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Archive for February, 2010

FYI on WEM

Since today (Sunday) is my sweet, amazing, wonderful, unbelievably kind, sexy husband’s birthday, I’m going to hang out with him tonight instead of working on the WEM post for tomorrow.  You gotta have priorities, people.  So the discussion on Chapter Four will be posted hopefully sometime tomorrow night/Tuesday morning.

See you on the flip side.  🙂

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The Agony of Defeat

Something about watching the Olympics while suffering from stress-induced insomnia makes one extremely introspective.  Just getting that out there.

Yes, I haven’t been sleeping.  Or rather, no.  No, I haven’t been sleeping.  Why, you may ask?  I’ll answer with a question:  Have you ever noticed that when something bad happens, lots of bad things tend to also happen at the exact same time?  “When it rains, it pours”… my mom claims this as gospel truth, and I now know there is a reason behind the cliche.

So almost four weeks ago we found out that Annie had an uncommon, but not rare, kidney condition that explains her small size, poor appetite, and muscle weakness.  We began a 4x/day regimen of a ridiculously high amount of oral medication to supply what her kidneys as yet cannot… and each day it has gotten more and more difficult to administer.  We have tried everything — and I mean everything every doctor, nurse, mother, web site, Facebook friend, and random person on the street has suggested — to help her take the medication, but nothing has worked.  We did see some benefits in the first couple of weeks:  her appetite had improved a bit, and she seemed to have more energy… for example, she could now (finally!) do this:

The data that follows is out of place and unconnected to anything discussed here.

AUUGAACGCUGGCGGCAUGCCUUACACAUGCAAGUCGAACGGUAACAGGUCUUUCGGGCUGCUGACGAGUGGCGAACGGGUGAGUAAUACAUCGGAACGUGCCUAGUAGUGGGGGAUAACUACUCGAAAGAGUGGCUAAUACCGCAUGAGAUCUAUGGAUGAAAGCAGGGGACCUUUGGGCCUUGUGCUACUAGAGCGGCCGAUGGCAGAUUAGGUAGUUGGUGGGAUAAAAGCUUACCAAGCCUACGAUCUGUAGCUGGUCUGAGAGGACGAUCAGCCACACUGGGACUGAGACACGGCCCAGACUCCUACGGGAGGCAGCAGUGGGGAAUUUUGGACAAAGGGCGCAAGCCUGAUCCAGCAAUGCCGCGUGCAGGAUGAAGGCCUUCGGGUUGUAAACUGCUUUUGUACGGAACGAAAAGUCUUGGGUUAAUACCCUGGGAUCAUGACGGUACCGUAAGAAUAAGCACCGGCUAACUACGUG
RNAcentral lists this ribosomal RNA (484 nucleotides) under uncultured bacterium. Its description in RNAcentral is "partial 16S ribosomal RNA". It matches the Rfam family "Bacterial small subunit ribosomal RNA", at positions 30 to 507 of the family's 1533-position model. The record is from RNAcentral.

(Yes, I know she’s almost 11 months old, and pushing herself up on her hands for an extended period of time is something that most babies can do at like four months, but until now the muscle weakness kept her from doing much on her stomach other than laying flat and screaming.  So believe it or not, this was a huge step forward.)

But as the days wore on, she fought harder and harder against the meds, somehow scratched her throat so badly that it bled, and developed what the pediatrician called an “oral aversion” to not only the meds, but — you guessed it — food.  You know, the thing the medicine was supposed to help?  Yes, that.  I finally called the doctor in mommy-desperation begging for answers, alternatives, anything that would help.  And today, we got the news that (1) her lab results were probably wrong, creating an artificially low bicarbonate level; (2) she’ll have to get blood drawn AGAIN, probably at Children’s Hospital, so they can conduct a more sensitive test to confirm the RTA and have a better understanding of the amount of meds she actually needs, if any; and (3) if the RTA and need for meds is confirmed, we’ll likely have to put in an NG tube to make sure she’s getting the right amount… and who knows how long that will be needed.  Frankly, at this point, if she still needs the meds Bryan and I would welcome the tube… and Annie probably would, too.

Now, I know there is much to be thankful for.  There are so many families out there who get horrible news every day about their children’s health, and what Annie is dealing with is minor compared to their trials.  And I do thank God every day that it wasn’t worse… that it’s not even the type of RTA that will be of a lifelong concern.  But for this season, for all of us, it is still difficult.

So that’s been going on.

And then last week, Bryan found out that his (and his entire office’s) hours were being cut to 60%… accompanied, of course, by a similar cut in pay; he’s a structural engineer, and the entire construction industry (as many of you know) has been hit hard during these challenging economic times.  We had been working and living at 88% pay for the past year and a half, so we had already taken any and all “fluff” out of the budget… so this hurts.  A lot.

And in case you’d forgotten, we were planning to start the adoption process ASAP… in fact, we were planning to use our tax refund to pay for the application, the first agency fee, and the homestudy.  Now we need that money just to survive through this season, and my momma-heart is broken.  Completely and utterly.  Yes, I know this is only a delay, that God’s timing is perfect, but still… my heart aches for my baby girl, even though I haven’t yet seen her.  Somewhere in my heart I feel that she’s already in the world, growing in her first momma’s belly, and I long for her.  That may seem strange, but that’s where I am, what I’m feeling.  Just being honest here.